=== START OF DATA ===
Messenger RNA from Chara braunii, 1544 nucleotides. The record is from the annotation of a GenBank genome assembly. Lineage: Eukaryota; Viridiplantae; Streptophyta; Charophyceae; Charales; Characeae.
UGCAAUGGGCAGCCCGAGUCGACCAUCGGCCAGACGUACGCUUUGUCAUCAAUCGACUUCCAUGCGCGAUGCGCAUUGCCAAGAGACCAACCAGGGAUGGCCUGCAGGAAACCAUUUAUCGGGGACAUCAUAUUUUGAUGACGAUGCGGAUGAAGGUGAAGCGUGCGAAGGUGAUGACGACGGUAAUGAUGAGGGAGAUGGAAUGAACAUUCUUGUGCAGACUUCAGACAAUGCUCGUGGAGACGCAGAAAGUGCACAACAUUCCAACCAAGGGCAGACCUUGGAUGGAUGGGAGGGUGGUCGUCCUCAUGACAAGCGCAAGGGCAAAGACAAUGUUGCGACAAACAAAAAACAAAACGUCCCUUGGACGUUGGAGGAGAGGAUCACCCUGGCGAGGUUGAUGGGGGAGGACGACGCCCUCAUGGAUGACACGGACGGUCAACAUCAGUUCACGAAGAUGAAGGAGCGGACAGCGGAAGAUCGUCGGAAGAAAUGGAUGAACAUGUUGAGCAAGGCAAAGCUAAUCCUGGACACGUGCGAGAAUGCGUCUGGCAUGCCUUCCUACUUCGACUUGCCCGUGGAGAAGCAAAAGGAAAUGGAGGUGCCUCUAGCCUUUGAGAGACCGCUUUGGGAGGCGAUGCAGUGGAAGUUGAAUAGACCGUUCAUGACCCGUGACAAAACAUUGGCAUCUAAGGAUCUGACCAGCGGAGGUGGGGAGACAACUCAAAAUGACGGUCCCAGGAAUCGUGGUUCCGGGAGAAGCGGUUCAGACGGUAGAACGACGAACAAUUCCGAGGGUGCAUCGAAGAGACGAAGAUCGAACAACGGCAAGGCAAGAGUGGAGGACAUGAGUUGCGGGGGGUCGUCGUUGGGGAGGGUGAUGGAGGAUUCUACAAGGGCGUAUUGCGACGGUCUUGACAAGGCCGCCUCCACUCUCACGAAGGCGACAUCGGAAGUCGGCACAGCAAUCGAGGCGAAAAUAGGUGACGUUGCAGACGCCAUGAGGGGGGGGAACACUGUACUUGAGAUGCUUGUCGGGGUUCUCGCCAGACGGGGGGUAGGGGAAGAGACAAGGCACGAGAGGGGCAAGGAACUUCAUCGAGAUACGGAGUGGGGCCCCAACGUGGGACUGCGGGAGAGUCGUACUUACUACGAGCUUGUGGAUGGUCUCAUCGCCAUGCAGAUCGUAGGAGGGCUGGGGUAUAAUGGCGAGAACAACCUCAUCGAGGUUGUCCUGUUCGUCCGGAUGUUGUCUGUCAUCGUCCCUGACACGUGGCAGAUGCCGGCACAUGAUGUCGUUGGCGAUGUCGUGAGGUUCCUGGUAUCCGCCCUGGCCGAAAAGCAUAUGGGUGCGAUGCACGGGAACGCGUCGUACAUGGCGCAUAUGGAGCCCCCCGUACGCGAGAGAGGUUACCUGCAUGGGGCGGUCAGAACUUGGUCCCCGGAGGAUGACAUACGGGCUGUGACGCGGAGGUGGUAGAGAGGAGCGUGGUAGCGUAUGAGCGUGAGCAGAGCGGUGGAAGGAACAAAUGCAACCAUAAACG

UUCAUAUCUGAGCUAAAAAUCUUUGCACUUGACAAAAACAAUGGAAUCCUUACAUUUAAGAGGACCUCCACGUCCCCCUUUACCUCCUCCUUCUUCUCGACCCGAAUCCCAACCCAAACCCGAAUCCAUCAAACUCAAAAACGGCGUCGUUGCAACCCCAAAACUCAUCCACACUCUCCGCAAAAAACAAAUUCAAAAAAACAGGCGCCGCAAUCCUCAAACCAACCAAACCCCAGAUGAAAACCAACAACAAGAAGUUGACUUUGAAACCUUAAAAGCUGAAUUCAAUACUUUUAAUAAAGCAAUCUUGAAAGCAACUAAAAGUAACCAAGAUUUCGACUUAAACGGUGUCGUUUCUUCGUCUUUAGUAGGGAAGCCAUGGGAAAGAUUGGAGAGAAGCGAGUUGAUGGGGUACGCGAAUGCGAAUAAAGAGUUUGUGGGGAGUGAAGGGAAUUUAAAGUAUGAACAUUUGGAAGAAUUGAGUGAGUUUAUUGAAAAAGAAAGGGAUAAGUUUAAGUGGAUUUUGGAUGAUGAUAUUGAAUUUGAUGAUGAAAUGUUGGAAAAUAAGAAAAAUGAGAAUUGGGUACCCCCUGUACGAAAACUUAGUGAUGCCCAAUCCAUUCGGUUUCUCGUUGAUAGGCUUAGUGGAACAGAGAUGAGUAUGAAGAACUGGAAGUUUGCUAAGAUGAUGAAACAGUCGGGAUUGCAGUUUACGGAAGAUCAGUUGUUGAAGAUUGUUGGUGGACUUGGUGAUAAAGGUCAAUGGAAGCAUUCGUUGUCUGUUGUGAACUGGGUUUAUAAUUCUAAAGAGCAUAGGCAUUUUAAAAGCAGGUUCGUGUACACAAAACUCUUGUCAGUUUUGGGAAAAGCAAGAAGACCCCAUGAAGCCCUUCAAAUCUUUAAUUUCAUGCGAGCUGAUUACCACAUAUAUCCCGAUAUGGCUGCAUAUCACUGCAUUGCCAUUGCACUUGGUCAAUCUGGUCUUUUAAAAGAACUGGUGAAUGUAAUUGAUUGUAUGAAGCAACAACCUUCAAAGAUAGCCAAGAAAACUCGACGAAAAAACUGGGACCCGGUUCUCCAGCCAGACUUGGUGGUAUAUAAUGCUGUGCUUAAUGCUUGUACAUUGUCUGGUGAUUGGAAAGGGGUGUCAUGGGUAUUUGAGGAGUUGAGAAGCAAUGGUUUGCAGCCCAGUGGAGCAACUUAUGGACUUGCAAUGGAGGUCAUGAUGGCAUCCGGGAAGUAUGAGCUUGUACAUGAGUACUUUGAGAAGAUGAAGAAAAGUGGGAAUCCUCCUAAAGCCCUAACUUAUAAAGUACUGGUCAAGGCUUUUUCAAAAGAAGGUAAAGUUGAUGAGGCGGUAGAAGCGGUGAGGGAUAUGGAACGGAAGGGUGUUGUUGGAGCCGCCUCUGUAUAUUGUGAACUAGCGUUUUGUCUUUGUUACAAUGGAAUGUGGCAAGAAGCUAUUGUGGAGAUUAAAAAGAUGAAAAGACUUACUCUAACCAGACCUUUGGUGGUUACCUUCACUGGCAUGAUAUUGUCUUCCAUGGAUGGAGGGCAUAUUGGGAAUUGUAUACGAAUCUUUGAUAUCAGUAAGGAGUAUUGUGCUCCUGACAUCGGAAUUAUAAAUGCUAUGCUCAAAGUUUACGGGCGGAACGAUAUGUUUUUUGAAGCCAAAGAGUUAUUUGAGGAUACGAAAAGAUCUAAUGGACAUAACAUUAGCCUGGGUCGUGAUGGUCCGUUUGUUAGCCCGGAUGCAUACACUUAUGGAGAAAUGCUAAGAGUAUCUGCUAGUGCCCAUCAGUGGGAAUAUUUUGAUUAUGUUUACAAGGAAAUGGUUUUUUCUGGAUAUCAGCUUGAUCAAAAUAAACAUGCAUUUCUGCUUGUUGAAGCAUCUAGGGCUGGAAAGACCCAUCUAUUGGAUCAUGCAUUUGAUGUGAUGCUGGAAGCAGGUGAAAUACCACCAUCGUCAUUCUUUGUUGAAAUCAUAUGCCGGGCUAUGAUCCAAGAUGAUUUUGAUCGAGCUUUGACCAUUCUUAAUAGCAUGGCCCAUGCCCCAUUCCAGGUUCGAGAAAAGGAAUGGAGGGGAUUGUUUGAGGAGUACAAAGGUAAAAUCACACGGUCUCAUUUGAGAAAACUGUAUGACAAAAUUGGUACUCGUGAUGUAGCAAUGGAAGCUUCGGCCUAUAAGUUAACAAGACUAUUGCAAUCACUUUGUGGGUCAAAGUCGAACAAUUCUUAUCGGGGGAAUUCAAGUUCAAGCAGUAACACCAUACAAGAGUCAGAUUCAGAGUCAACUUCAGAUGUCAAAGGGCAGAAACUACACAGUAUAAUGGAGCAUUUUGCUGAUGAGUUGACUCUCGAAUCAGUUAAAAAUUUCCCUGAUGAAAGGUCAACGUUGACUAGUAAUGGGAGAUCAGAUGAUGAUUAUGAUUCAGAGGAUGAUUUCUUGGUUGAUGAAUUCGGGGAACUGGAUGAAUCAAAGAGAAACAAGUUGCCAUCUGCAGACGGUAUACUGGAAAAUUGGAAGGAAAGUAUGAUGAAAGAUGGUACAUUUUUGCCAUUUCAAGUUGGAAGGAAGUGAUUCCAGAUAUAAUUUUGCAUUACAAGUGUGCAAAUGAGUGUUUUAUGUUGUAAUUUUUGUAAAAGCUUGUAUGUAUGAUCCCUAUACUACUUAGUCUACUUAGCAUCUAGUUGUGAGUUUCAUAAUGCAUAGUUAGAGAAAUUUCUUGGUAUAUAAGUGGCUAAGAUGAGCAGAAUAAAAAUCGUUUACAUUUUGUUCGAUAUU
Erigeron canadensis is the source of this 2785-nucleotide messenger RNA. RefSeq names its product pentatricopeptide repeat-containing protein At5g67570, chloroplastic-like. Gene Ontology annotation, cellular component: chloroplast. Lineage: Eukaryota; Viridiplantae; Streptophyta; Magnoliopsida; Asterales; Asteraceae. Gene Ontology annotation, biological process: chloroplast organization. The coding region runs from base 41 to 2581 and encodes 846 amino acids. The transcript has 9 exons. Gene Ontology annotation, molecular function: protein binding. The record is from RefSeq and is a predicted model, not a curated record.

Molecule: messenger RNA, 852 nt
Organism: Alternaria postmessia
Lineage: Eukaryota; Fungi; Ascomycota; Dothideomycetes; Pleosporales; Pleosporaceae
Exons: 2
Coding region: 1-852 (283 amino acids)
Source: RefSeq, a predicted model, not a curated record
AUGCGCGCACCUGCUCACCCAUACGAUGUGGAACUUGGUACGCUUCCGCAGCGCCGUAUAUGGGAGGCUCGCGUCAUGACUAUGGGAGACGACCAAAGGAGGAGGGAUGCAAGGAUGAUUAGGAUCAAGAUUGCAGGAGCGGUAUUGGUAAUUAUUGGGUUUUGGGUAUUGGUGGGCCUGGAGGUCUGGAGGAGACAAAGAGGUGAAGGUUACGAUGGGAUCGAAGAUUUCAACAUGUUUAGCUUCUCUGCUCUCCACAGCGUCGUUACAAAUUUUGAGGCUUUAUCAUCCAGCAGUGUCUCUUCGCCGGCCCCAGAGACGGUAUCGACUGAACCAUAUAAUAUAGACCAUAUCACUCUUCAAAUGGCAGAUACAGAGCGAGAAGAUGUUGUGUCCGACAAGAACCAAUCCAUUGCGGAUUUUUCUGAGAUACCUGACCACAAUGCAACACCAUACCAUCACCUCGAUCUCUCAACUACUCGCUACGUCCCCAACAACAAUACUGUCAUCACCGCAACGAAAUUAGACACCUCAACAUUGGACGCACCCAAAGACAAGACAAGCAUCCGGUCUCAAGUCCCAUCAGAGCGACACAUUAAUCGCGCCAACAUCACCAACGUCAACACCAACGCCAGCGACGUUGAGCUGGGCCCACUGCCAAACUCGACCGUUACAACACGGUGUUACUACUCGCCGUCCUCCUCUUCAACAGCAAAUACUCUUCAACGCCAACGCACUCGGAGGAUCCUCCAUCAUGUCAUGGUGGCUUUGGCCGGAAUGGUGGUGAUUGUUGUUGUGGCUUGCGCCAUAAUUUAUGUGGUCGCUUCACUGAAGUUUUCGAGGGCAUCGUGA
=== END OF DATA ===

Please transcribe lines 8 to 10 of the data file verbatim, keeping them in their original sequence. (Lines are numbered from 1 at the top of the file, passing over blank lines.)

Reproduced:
Exons: 2
Coding region: 1-852 (283 amino acids)
Source: RefSeq, a predicted model, not a curated record